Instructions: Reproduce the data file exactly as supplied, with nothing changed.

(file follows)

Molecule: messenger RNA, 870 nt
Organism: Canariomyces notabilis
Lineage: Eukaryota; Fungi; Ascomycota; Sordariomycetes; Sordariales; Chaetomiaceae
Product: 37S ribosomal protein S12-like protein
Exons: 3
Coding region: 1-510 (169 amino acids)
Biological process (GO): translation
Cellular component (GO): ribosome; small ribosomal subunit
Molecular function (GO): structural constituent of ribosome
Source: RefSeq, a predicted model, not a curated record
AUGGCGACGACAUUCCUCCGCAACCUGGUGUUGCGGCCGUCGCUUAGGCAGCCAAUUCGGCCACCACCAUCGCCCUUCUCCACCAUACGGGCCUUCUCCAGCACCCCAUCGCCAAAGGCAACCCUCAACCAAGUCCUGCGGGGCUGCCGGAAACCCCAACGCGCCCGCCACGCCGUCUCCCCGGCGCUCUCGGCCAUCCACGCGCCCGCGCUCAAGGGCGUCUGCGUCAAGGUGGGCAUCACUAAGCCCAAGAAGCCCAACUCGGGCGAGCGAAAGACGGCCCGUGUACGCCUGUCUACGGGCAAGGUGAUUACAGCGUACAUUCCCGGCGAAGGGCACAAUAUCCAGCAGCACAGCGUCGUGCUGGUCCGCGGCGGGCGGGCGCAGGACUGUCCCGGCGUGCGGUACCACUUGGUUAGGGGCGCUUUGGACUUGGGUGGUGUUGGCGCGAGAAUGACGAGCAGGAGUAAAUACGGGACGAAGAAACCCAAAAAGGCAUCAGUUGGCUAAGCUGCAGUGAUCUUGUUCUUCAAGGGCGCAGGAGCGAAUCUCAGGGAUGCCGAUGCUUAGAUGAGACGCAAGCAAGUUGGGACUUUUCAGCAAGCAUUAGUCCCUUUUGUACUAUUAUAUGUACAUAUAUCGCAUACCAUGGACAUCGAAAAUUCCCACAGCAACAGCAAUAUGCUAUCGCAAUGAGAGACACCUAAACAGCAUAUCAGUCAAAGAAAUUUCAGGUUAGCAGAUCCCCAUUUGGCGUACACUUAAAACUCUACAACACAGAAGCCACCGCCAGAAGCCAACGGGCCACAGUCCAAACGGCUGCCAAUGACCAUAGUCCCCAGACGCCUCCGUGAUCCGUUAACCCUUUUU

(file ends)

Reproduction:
Molecule: messenger RNA, 870 nt
Organism: Canariomyces notabilis
Lineage: Eukaryota; Fungi; Ascomycota; Sordariomycetes; Sordariales; Chaetomiaceae
Product: 37S ribosomal protein S12-like protein
Exons: 3
Coding region: 1-510 (169 amino acids)
Biological process (GO): translation
Cellular component (GO): ribosome; small ribosomal subunit
Molecular function (GO): structural constituent of ribosome
Source: RefSeq, a predicted model, not a curated record
AUGGCGACGACAUUCCUCCGCAACCUGGUGUUGCGGCCGUCGCUUAGGCAGCCAAUUCGGCCACCACCAUCGCCCUUCUCCACCAUACGGGCCUUCUCCAGCACCCCAUCGCCAAAGGCAACCCUCAACCAAGUCCUGCGGGGCUGCCGGAAACCCCAACGCGCCCGCCACGCCGUCUCCCCGGCGCUCUCGGCCAUCCACGCGCCCGCGCUCAAGGGCGUCUGCGUCAAGGUGGGCAUCACUAAGCCCAAGAAGCCCAACUCGGGCGAGCGAAAGACGGCCCGUGUACGCCUGUCUACGGGCAAGGUGAUUACAGCGUACAUUCCCGGCGAAGGGCACAAUAUCCAGCAGCACAGCGUCGUGCUGGUCCGCGGCGGGCGGGCGCAGGACUGUCCCGGCGUGCGGUACCACUUGGUUAGGGGCGCUUUGGACUUGGGUGGUGUUGGCGCGAGAAUGACGAGCAGGAGUAAAUACGGGACGAAGAAACCCAAAAAGGCAUCAGUUGGCUAAGCUGCAGUGAUCUUGUUCUUCAAGGGCGCAGGAGCGAAUCUCAGGGAUGCCGAUGCUUAGAUGAGACGCAAGCAAGUUGGGACUUUUCAGCAAGCAUUAGUCCCUUUUGUACUAUUAUAUGUACAUAUAUCGCAUACCAUGGACAUCGAAAAUUCCCACAGCAACAGCAAUAUGCUAUCGCAAUGAGAGACACCUAAACAGCAUAUCAGUCAAAGAAAUUUCAGGUUAGCAGAUCCCCAUUUGGCGUACACUUAAAACUCUACAACACAGAAGCCACCGCCAGAAGCCAACGGGCCACAGUCCAAACGGCUGCCAAUGACCAUAGUCCCCAGACGCCUCCGUGAUCCGUUAACCCUUUUU